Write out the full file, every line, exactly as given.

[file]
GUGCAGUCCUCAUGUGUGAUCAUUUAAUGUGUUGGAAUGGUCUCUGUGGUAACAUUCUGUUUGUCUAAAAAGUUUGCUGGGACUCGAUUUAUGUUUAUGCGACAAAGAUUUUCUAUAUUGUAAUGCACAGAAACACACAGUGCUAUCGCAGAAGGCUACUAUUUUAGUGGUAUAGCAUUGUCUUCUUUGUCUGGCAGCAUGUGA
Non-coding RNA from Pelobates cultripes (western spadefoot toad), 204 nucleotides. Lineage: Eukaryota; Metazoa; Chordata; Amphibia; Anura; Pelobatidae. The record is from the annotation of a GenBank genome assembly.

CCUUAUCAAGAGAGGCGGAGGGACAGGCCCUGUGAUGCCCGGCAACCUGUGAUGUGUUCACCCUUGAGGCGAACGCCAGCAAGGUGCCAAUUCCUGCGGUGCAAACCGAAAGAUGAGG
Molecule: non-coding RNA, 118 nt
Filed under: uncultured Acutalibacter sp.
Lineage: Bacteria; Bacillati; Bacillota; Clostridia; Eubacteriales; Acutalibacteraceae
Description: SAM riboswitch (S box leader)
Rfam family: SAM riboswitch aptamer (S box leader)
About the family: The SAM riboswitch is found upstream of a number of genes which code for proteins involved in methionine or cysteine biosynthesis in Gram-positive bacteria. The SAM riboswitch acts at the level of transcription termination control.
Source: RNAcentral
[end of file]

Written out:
GUGCAGUCCUCAUGUGUGAUCAUUUAAUGUGUUGGAAUGGUCUCUGUGGUAACAUUCUGUUUGUCUAAAAAGUUUGCUGGGACUCGAUUUAUGUUUAUGCGACAAAGAUUUUCUAUAUUGUAAUGCACAGAAACACACAGUGCUAUCGCAGAAGGCUACUAUUUUAGUGGUAUAGCAUUGUCUUCUUUGUCUGGCAGCAUGUGA
Non-coding RNA from Pelobates cultripes (western spadefoot toad), 204 nucleotides. Lineage: Eukaryota; Metazoa; Chordata; Amphibia; Anura; Pelobatidae. The record is from the annotation of a GenBank genome assembly.

CCUUAUCAAGAGAGGCGGAGGGACAGGCCCUGUGAUGCCCGGCAACCUGUGAUGUGUUCACCCUUGAGGCGAACGCCAGCAAGGUGCCAAUUCCUGCGGUGCAAACCGAAAGAUGAGG
Molecule: non-coding RNA, 118 nt
Filed under: uncultured Acutalibacter sp.
Lineage: Bacteria; Bacillati; Bacillota; Clostridia; Eubacteriales; Acutalibacteraceae
Description: SAM riboswitch (S box leader)
Rfam family: SAM riboswitch aptamer (S box leader)
About the family: The SAM riboswitch is found upstream of a number of genes which code for proteins involved in methionine or cysteine biosynthesis in Gram-positive bacteria. The SAM riboswitch acts at the level of transcription termination control.
Source: RNAcentral